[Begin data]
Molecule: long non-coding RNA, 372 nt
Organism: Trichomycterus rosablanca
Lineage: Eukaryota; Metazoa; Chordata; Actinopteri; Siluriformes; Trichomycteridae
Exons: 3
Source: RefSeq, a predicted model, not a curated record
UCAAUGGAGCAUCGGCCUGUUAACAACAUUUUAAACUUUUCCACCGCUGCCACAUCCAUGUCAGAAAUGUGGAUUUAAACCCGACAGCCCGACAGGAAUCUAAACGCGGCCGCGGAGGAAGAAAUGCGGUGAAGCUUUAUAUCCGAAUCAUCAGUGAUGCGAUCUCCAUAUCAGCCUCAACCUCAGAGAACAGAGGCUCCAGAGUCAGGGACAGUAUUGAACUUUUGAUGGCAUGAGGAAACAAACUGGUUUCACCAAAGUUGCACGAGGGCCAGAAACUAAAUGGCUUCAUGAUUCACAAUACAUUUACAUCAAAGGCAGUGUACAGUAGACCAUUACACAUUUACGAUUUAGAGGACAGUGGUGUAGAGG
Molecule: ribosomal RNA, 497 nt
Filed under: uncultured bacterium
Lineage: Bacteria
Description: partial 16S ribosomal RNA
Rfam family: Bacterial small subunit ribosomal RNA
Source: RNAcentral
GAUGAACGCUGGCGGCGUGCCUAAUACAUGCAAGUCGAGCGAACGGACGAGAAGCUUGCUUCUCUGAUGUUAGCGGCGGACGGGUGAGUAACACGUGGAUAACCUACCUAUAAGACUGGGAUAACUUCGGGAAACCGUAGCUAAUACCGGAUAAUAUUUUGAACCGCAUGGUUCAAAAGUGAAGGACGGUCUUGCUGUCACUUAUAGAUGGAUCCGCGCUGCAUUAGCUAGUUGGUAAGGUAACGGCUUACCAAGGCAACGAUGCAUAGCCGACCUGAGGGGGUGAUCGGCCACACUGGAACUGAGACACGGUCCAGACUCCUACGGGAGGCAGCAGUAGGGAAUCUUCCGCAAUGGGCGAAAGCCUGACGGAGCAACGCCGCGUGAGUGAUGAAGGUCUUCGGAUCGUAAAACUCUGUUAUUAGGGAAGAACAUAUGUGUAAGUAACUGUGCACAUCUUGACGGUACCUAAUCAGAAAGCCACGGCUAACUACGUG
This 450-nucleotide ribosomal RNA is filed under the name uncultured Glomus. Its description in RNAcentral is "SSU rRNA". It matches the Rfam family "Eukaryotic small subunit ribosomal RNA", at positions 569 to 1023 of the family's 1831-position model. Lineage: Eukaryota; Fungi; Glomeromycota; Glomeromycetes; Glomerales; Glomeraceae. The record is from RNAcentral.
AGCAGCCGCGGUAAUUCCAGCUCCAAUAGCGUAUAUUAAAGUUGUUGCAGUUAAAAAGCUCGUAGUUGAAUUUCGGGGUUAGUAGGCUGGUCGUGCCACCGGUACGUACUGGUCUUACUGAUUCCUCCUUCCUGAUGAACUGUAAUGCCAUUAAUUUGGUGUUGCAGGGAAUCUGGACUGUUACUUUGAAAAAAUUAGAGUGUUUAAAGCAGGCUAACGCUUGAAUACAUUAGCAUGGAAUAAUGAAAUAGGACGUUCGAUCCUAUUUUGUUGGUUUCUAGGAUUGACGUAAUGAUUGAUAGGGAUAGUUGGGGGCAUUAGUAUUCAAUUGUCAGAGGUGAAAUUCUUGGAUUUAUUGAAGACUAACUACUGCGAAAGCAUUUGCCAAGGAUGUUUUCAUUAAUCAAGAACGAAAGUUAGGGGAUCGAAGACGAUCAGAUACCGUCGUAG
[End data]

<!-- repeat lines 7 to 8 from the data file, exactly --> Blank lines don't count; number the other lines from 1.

Molecule: ribosomal RNA, 497 nt
Filed under: uncultured bacterium